Will I Qualify for Disability in Colorado?

Qualifying for Disability in Colorado

It is fairly difficult to qualify for disability in Colorado and all other states simply because the SSD and SSI system often results in early denials at the application stage of the process. In most states, the denial rate typically exceeds 70 percent on a disability application and is somewhat higher on the first appeal, the reconsideration.

Fortunately, the national pattern is that usually the majority, even if it is sometimes a slim majority, of claims are approved when a claimant goes to a disability hearing at which they and their disability attorney are present before an administrative law judge.

So, it is easy to see that qualifying for disability is, to some extent, a function of filing the necessary appeals and not giving up on the process. A claimant will maximize their chances of winning disability in any state if they 1. file their necessary appeals, 2. make sure they have recent medical evidence at the time their case is being reviewed, and 3. present a solid argument for approval based on the rules and guidelines and case law of the SSD and SSI federal disability system. This, of course, is where a good representative, who can be an attorney or non-attorney, will provide substantial benefit to a case.

Technically speaking, you may qualify for disability in Colorado and in other states simply by meeting the medical and non-medical qualifications of the Social Security Disability or SSI disability program. For both programs, you must qualify under the SSA definition of disability which states that:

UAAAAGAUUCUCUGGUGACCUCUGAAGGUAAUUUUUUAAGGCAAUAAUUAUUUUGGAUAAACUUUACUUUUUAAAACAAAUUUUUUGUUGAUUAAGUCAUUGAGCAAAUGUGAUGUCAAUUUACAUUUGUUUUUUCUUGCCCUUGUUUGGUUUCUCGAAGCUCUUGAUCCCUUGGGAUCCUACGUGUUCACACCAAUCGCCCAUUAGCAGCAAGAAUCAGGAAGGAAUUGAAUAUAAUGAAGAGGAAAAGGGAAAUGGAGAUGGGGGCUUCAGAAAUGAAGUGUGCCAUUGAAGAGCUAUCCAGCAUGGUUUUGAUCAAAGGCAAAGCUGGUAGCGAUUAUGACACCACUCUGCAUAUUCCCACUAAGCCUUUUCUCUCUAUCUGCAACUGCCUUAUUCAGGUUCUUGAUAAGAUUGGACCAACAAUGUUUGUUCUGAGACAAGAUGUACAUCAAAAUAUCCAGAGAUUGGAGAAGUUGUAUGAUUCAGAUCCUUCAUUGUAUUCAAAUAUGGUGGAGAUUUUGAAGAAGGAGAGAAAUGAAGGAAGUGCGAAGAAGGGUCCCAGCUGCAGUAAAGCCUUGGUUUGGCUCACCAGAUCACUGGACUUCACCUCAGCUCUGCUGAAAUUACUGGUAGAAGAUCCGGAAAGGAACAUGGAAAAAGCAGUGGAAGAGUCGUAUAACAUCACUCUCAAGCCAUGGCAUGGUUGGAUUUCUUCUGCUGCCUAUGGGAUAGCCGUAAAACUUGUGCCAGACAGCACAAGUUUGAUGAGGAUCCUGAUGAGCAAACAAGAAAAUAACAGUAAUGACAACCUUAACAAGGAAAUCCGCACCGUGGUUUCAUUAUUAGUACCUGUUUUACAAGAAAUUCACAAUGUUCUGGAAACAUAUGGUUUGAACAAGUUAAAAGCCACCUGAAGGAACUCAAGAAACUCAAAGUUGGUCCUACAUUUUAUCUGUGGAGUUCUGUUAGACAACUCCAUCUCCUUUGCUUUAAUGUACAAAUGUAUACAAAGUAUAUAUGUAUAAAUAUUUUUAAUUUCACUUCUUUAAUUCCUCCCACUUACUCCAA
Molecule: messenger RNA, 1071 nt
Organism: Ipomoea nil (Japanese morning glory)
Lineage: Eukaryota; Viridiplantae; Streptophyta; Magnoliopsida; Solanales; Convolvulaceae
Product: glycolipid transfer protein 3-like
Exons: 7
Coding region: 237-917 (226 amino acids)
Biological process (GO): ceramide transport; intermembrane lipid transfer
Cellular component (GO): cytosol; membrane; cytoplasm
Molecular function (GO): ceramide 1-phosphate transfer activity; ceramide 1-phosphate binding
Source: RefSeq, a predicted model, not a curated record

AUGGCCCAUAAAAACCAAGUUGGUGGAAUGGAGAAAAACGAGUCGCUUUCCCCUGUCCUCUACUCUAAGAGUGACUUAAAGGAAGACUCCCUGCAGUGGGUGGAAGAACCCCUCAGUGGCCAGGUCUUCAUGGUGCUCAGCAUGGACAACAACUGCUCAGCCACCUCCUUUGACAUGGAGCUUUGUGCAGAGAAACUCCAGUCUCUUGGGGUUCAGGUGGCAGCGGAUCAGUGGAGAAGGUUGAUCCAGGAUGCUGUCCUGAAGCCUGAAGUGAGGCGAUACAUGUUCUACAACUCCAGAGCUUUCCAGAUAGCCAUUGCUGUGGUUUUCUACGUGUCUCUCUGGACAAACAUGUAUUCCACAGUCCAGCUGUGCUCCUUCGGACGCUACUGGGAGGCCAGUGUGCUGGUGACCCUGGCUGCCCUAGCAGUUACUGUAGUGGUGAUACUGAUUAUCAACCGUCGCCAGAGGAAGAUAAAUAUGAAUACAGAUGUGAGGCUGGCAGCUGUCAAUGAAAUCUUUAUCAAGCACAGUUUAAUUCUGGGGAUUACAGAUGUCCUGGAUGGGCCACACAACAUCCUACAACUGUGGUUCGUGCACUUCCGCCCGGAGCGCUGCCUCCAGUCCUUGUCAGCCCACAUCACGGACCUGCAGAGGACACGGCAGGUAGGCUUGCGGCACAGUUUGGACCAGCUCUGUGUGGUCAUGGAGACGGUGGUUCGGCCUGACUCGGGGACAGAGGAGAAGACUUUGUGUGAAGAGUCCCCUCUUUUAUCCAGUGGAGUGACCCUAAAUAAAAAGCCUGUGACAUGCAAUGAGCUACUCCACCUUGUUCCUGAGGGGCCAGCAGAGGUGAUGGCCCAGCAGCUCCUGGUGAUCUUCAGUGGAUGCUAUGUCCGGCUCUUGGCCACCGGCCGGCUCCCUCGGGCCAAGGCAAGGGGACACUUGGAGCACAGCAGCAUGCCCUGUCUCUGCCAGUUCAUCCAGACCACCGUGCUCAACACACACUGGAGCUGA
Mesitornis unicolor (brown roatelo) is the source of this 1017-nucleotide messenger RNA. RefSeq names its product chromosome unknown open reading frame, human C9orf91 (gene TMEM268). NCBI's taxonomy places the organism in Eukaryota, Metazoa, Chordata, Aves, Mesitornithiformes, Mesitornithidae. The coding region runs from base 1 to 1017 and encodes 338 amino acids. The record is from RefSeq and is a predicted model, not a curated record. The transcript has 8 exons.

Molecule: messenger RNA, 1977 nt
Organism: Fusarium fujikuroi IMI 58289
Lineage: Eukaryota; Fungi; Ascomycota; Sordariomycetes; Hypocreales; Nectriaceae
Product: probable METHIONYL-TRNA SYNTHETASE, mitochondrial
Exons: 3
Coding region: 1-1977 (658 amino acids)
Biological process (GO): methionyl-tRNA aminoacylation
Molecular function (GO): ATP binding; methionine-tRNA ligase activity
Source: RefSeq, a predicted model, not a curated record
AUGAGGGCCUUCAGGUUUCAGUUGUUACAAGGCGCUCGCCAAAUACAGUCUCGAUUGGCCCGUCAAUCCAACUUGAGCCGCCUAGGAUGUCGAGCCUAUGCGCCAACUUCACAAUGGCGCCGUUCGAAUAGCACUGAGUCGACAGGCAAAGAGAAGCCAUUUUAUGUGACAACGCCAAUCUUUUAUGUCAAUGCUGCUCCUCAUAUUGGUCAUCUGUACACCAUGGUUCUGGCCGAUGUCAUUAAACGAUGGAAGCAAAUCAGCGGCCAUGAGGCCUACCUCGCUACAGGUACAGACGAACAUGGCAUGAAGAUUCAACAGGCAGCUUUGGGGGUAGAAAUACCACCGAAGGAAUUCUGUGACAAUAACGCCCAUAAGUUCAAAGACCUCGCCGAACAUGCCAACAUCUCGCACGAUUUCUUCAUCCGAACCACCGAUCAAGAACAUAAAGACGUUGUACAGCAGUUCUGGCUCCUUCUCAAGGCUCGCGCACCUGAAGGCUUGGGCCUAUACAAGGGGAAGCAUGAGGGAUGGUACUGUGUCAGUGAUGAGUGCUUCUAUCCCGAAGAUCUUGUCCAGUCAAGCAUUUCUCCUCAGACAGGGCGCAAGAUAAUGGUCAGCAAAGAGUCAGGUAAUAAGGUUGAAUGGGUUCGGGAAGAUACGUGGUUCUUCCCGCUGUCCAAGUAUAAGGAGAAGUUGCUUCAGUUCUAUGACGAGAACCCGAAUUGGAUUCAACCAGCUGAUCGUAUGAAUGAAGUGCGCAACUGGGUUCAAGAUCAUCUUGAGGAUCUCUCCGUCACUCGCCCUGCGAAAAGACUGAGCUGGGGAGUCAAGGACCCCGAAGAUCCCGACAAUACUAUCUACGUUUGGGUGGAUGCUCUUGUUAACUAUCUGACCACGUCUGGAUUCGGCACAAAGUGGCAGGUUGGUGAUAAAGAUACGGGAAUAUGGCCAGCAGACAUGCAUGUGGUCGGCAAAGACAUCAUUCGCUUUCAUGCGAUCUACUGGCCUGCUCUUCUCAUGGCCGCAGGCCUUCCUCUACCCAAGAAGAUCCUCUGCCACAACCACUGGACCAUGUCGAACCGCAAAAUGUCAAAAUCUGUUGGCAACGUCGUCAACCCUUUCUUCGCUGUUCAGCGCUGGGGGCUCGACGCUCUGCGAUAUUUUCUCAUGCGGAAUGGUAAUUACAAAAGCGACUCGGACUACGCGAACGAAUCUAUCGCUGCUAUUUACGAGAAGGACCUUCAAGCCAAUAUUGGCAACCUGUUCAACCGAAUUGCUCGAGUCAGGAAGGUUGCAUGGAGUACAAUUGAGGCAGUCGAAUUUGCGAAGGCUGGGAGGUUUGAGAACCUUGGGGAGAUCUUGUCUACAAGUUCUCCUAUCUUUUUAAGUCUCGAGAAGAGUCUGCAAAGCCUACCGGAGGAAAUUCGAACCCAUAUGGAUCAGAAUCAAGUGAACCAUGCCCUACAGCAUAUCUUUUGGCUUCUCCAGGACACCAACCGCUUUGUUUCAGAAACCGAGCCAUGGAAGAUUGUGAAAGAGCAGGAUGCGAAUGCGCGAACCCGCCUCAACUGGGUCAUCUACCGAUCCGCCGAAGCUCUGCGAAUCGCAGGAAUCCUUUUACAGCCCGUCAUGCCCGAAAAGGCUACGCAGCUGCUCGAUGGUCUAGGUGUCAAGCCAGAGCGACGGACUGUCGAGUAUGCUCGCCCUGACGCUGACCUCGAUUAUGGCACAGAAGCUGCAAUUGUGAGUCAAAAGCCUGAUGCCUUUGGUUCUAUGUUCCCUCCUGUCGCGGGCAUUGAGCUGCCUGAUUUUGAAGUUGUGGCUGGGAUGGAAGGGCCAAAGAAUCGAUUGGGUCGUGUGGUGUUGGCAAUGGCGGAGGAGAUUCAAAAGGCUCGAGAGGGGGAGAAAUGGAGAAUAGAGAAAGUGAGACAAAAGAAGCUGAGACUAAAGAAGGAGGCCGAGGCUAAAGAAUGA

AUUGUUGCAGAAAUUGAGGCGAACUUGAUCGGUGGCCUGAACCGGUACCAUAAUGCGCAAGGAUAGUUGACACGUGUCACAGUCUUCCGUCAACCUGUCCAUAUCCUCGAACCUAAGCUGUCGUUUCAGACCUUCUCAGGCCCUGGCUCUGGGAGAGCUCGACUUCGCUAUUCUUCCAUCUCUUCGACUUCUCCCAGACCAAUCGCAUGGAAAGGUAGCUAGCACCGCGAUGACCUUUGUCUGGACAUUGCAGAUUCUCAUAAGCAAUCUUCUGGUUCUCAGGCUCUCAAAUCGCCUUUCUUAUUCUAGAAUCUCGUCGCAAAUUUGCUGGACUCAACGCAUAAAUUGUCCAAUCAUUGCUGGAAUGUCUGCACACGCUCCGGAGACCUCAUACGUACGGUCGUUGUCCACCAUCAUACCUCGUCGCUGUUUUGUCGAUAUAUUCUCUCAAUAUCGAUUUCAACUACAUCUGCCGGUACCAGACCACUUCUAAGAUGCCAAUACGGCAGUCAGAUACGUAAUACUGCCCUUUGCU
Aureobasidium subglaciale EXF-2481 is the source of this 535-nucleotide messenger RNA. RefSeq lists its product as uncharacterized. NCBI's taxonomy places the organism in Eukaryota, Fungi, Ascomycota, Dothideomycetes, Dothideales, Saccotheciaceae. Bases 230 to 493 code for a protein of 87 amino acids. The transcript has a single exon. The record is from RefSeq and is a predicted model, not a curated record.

1. Your medical condition or impairment must be demonstrated by objective medical evidence;

2. It must last at least one year, and the one year period can be projected so you do not have to wait a year before filing.

3. The condition must be severe enough to prevent the ability to work and earn a substantial and gainful income during this one year minimum length time period.

Individuals who are disabled but whose condition does not last for at least one full year will be denied on the basis of duration. Individuals who are disabled but still manage to work and earn a substantial income will be denied for earnings.

Additionally, those who are filing for SSI disability will not qualify if their assets are above the allowable limit. Currently, that is $2000 in countable assets for an individual and $3000 in countable assets for a married couple.

Filing for disability in Colorado

When you file your initial disability claim by phone, in person, or online, it will be sent to a state disability agency (Disability Determinations Services) for a medical decision.

When your disability claim arrives at Disability Determination Services, it will be assigned to a disability examiner. The examiner requests your medical records from the medical treatment sources that you provided to Social Security when you applied for disability.

If the disability examiner determines that they do not have enough medical information, or enough current information (current being defined as not older than 90 days) to make their determination, they may schedule you for a consultative medical examination to evaluate the current status of your disabling condition or conditions.

Additionally, the disability examiner may send out a form SSA 3369 (a Work Report form) to more thoroughly evaluate your work history.

The ability to perform substantial work activity (self-supporting) is an integral part of every Social Security Disability determination. If the disability examiner determines that you are capable of performing any of your past work or any other kind of work, your disability claim will be denied.

About the Author: Tim Moore is a former Social Security Disability Examiner in North Carolina, has been interviewed by the NY Times and the LA Times on the disability system, and is an Accredited Disability Representative (ADR) in North Carolina. For assistance on a disability application or Appeal in NC, click here.

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Individual Questions and Answers

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